Sample Health Care Essay Paper on Hepatitis A in Our Foods

            Hepatitis A infection is a public health issue. Purcell isolated it in 1973. Hepatitis refers to inflammation of the liver. Hepatitis A is a highly communicable liver infection which is caused by the hepatitis A virus (HAV) and ranges from a mild to severe illness that may last for several months depending on the availability of treatment. It is a single-stranded, positive-sense enterovirus with a linear RNA. It belongs to the family Picornaviridae and relies on liver cells uptake and synthesis for its viral replication in the liver cells.

            Over the past years, the number of cases of patients with Hepatitis A has reduced in the United States. There has been a decrease of more than 90%. Some of the initial outbreaks that occurred in the United States were related to the wars which occurred during the 20th century where Americans participating in the wars returned from high endemic areas with the disease. In 1988 the number of cases reported for Hepatitis A in the United States were 27,000 and 7653 in 2003. There is currently an estimate of about 3000 cases each year with the decline in the number of new cases being associated with the vaccination provided to children and those who are at risk of contracting the disease. Many of the new cases being managed in the country are from American travelers who contracted the disease while traveling to Hepatitis A susceptible areas in the world.

            Those at a higher risk of contracting Hepatitis A include individuals traveling to countries where it is common among people living in these countries, sexual contact with an infected individual, men who have sexual encounters with fellow men, people who use recreational drugs, having disorders of the clotting-factor, and individuals living with infected people. Individuals aged between 5 and 14 years have a higher likelihood of acquiring this disease before receiving vaccinations.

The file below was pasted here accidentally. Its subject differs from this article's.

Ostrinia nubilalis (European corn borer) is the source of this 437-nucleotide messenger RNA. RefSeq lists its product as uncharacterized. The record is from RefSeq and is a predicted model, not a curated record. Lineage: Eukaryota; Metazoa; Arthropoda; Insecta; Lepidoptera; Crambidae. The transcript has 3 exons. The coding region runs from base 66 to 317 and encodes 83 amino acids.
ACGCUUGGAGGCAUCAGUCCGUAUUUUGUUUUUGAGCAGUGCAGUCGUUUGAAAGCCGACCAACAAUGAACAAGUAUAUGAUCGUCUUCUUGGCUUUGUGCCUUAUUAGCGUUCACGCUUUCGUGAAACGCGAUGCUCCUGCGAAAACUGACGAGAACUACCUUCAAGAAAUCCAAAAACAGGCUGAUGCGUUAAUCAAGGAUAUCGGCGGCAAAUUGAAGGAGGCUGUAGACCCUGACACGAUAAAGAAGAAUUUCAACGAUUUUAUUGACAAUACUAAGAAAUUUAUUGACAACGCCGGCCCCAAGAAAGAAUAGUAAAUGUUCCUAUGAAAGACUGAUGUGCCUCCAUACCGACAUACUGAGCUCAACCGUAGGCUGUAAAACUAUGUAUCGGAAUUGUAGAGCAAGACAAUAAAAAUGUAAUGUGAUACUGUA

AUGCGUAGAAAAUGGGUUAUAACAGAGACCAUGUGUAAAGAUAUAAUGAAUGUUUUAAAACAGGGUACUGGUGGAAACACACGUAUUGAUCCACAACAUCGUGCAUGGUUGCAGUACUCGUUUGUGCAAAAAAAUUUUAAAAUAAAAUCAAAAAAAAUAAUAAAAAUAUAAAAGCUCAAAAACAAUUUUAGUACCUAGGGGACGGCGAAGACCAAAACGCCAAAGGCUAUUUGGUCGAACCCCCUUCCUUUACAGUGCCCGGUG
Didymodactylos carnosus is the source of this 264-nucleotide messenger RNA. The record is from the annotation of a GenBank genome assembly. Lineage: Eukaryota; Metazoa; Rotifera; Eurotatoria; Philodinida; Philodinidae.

Some of the behaviors that contribute to the spread of Hepatitis A include poor sanitation practices such as not washing hands properly by an infected person after going to the bathroom and touching food or other objects. Other contributing behavioral factors include poor sanitation practices by the caregiver after cleaning the stool of an infected person and engaging in sexual activities with someone who has been infected. Contaminated food and water can also contribute to the spread of Hepatitis A.

            Hepatitis can be prevented through vaccination. This vaccination is recommended for all children at the age of 1 year. People with specific risk factors such as those living with infected people, people whose immunity is compromised by a condition or those traveling to countries where this condition is common should also be vaccinated. Even when the travelers are traveling for a short time to areas where the rates of this disease are high, the vaccination is still recommended.

            Family and caregivers of children adopted from countries where Hepatitis A is common, men who have sexual intercourse with other men, and people who use recreational drugs should also be vaccinated against Hepatitis A virus. Individuals who have a chronic long-term liver disease also increases the risk of contracting Hepatitis A and as such these people should e vaccinated. The vaccination is given as two injections which are six months apart. Both injections are required for long-term protection of Hepatitis A.

            Most people believe that Hepatitis A is transmitted only through sexual contact with infected people. Patient education is important in preventing the spread of Hepatitis A. Travelers, for instance, should be educated about practicing proper hygiene and using clean and safe water supplies. Advice should be provided to all travelers regardless of having the benefit of immunity against the diseases especially in travelers traveling to high-risk regions. I would advise travelers and those living in high-risk areas to avoid uncooked foods, raw shellfish, and the use of uncontrolled water sources. If they cannot obtain clean water, I would advise them to boil their drinking water and ensure that they wash and peel fruits.

            The target audience for this type of education would be people living in countries where Hepatitis A is prevalent, travelers planning to visit countries with high rates of Hepatitis A, primary health care practitioners or any other groups of people working in such areas, and families or caregivers providing care for individuals with Hepatitis A.

            Some of the behaviors that need to change to reduce the risk of Hepatitis A infection include maintaining proper hygiene such as proper washing of hands after using the bathroom or cleaning the stool of infected people, use of clean water from controlled water sources or boiling of drinking water and avoiding consumption of undercooked meals. Proper washing of vegetables and fruits can also reduce the risk of Hepatitis A. Avoiding behavior such as having sexual interaction with infected people, using recreational drugs, and contact of infected people can also reduce the risk of infection. Ensuring that each child at the age of one year and those at higher risk of contraction Hepatitis A are vaccinated can also reduce the risk of Hepatitis A.